Green computing is defined as “computing that does not harm the environment to the maximum possible level while not compromising the technological and commercial development of the computing field.” Greening is possible in all sorts of computing endeavors and green computing has an optimistic future with ample avenues for making it possible. Greening of technology has a potential role to play in enhancing environmental sustainability by making the entire product life cycle greener.
The Data Center Effect
6% of the world’s energy is consumed by data centers . Google’s data centers located at Prineville, Oregon—south of the Columbia River—aim to use cheap and clean hydroelectric power. But are data centers actually greener? The total carbon dioxide emission from the United States in the year 2011 was 1.7 billion tons of CO2 . Data centers are responsible for just 3%, which is ignorable in light of the advantages leveraged by the computing technology as discussed below. Arguably, data centers of the future could be designed for reduced energy consumption compared to the current data centers. Alternatively, there could be non-energy data storage methods developed in the future to replace the current data centers. Emission control measures such as transforming heat into another productive form of energy could pave the way for new types of consumable energy.
Uses of digital libraries are positively influenced by the advent of computer-based devices like iPads and e-book readers. The physical storage space for repositories and maintenance resources for paper-based books has also been declining with the use of digital libraries. The advent of electronic medium in commerce, education, and healthcare has resulted in reduction of fuel consumption, utility cost, storage cost, and overheads . The use of wood in newspapers could cause reduction of rainfall and consequently result in ozone layer depletion. Hence, big server farms are greener compared with newspapers and books. Traditional paper-based systems consume lots of wood and emit harmful wastes throughout its lifecycle. The advent of computing has reduced the energy spent on fuel, utility, and storage facilities.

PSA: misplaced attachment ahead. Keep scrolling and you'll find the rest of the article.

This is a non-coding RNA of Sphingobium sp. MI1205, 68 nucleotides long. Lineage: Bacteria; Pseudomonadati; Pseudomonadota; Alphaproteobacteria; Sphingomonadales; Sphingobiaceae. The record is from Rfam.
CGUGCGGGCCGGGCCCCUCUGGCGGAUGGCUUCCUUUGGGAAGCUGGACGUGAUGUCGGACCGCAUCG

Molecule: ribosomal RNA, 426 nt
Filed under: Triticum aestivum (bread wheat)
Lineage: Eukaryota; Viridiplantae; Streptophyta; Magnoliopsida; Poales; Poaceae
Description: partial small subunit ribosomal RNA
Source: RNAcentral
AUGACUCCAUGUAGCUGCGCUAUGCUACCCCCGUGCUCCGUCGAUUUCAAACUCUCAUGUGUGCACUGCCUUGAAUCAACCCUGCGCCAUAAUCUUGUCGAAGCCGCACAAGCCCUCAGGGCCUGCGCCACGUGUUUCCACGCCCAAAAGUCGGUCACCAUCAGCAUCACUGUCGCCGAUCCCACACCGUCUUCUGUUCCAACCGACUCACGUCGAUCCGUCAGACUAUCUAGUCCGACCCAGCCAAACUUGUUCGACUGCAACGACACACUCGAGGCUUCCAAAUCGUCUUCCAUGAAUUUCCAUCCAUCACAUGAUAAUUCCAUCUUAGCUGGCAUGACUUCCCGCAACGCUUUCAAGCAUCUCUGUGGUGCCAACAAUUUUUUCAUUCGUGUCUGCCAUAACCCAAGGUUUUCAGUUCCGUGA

A Batteryless World
8,000 tons of batteries end up in Australian landfills each year. Batteries emit hazardous waste like lithium and carbon that cannot be easily recycled. Are the existing methods of reclaiming or recycling those batteries adequate? Can we power devices without batteries, such as energy extracted from wireless signals? If we over utilize wireless signals for powering mobile devices, will we have enough signals to transmit information?
Cleaner batteries could be produced in the near future by controlling electron transfer rates within the battery and using nanoparticle structure . The control of electron transfer rates will reduce the emission rates as well as energy consumption, which will result in cleaner batteries. Consequently, this would enable a suite of clean technologies from grid batteries to smooth-out power variations from wind turbines and solar panels to zero-emissions vehicles. On the contrary, using wireless signals to power mobile phones could however reduce the amount of signalling traffic over the wireless transmission path. Less traffic means less power is consumed.
There is the possibility of inserting microchips into the human body . Subdermal chips enable scanners to retrieve data from the chips at any time required. An article published in Scientific American discussed the use of nano-robots for diagnosing diseases like Alzheimer’s in the human body . Nano-robots are 5,000 times smaller than human cell. So how are these devices powered?
These devices could be powered using processes inside the body. For example, the human heart supplies the energy needed to circulate blood in the body; this energy is sourced from the foods humans consume, which is actually less than the power needed for batteries. Nano-robots would require less energy than batteries when diagnosing diseases like Alzheimer’s.
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